NZ election 2023: Growing Pasifika population equals greater electoral power

Pacific election promises in NZ
Pacific election promises in NZ . . . key issues for the voters. Image: RNZ Pacific/Craig Stephen

RNZ Pacific

An academic says the power of Pacific voters is growing, giving them increasing influence in upcoming Aotearoa New Zealand elections.

University of Auckland associate professor in statistics Andrew Sporle said the Pacific population was growing faster than other groups, meaning the voter base of people with Pacific heritage was growing.

“More than half of the Pacific population is under the age of 25, so every election, what that means is [that] there’s another 25,000 Pacific voters.”

A/Professor Sporle told the Pacific Media News morning show those extra votes could be the difference between a candidate getting into Parliament or not — especially in the largest city.

“You can see in all these marginal electorates, especially in Tāmaki [Auckland], what really drives the result is voter turnout, and imagine being able to mobilise those 25,000 people and get them out to vote.”

Tongan Advisory Council Auckland chair Melino Maka said some parties make the mistake of overlooking Pacific voters.

“Our community is traditionally ‘Don’t vote’. People who vote, that’s where the resources of the government of the day will be directed.

“So it’s mainly if you are palagi, and if you’re middle income, you vote, and your interest will be served before us.”

Pacific communities care about promises
Maka said Pacific communities care about election promises on issues like public transport and dental care, but also remember the Dawn Raids apology, marred by recent events and inaction.

“The apology, personally, was a hollow apology. As you can see, a few weeks after, they raided a man right in front of his kids and family.

“Immigration policy, they talk about it and they say they’re doing something about it. They’ve been looking at it for the last six years, and I think if they [Labour] get back into power, they’ll still be looking into it for the next three years.”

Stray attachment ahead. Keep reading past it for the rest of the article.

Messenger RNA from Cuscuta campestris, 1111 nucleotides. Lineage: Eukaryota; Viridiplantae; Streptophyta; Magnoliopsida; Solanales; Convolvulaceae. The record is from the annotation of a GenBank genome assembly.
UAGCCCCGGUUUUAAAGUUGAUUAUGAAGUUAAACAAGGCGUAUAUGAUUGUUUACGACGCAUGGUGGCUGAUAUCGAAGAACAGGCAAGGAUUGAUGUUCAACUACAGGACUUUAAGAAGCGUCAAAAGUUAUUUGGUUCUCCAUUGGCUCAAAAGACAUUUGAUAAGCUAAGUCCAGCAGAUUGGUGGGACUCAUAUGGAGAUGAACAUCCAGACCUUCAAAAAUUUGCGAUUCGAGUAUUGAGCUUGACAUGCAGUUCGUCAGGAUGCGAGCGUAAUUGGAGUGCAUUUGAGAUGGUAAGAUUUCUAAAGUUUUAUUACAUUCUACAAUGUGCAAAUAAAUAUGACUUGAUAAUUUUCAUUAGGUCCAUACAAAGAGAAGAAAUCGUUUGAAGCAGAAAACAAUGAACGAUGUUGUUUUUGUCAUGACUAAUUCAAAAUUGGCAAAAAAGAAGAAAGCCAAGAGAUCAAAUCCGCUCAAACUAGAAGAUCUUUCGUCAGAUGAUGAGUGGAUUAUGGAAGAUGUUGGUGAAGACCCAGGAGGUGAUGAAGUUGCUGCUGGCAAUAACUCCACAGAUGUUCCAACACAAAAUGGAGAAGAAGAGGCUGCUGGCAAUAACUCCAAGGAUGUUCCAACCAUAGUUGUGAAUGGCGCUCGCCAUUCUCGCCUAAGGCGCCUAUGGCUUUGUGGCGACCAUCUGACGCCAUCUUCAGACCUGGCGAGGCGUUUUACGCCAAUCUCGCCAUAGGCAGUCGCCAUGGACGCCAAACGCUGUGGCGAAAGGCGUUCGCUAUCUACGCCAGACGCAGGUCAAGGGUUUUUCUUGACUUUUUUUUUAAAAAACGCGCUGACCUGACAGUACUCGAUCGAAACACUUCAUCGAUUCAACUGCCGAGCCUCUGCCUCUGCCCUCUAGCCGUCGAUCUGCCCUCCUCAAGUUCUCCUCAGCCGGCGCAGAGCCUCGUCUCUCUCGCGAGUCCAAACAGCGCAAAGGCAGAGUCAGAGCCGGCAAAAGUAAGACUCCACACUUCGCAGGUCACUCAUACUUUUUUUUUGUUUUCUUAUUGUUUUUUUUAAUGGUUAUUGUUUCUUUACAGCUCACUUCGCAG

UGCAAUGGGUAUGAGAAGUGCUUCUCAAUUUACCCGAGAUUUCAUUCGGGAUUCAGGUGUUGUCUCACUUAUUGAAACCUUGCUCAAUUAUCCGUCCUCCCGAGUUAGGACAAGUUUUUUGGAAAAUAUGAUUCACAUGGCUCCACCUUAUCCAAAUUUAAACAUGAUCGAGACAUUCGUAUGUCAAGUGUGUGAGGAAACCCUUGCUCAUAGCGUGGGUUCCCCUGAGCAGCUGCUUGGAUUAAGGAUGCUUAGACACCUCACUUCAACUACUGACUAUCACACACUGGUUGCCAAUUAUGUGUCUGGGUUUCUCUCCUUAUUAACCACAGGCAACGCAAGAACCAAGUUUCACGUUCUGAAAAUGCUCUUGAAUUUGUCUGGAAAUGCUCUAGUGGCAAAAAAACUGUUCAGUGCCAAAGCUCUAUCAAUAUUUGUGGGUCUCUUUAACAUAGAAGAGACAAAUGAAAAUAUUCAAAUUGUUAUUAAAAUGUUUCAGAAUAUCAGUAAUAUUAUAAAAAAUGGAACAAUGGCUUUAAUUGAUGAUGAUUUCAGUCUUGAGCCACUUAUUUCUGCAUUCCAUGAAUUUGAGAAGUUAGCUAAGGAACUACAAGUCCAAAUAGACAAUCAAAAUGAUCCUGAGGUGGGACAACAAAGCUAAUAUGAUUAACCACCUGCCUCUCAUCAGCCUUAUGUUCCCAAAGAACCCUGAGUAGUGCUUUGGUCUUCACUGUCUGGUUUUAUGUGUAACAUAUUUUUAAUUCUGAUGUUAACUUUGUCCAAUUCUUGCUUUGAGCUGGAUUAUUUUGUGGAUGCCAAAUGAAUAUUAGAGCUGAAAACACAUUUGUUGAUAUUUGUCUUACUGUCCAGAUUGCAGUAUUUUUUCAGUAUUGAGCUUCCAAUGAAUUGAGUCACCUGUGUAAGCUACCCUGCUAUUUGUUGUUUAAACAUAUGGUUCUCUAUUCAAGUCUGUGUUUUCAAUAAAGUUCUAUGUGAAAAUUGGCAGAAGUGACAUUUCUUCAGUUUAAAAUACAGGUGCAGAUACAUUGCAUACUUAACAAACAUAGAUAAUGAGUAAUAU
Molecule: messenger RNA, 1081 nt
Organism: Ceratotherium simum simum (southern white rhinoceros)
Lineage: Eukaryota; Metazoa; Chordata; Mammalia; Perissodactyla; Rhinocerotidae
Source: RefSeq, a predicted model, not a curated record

What about the opinion polls which are trending towards a National-led government?

Andrew Sporle says the differences in Covid-19 fatality rates for Māori and Pasifika are "extreme"
Associate Professor Andrew Sporle . . . the differences in covid-19 fatality rates for Māori and Pasifika are “extreme”. Image: Andrew Sprole/A Better Start

Associate Professor Sporle warns people not to read too much into the election opinion polls, saying there are things to consider.

“Timing of the poll, if it was two weeks ago, does that really reflect what’s going on today, because there might have been some big news. The further out from the election, the worse it is for predicting the results.

“Then I look at the margin of error, and I look at how many people said they don’t know, because at the moment, 40 percent of people haven’t made up their mind, but that’s still a large amount.”

Need to take Pacific seriously
Meanwhile, Maka said the Labour Party and others needed to take Pacific voters seriously.

“The Pacific block has always been underestimated, and if they manage to get their people to sell [their policies] to our community in a way that’s not complicated, I think they will have a turnout and maybe the result will be closer . . . but the time is running out.”

The election takes place on October 14.

The outgoing Parliament contains 12 Pasifika MPs including the Deputy Prime Minister Carmel Sepuloni.

This article was first published by the Pacific Media Network and is republished thanks to a community partnership with RNZ Pacific.

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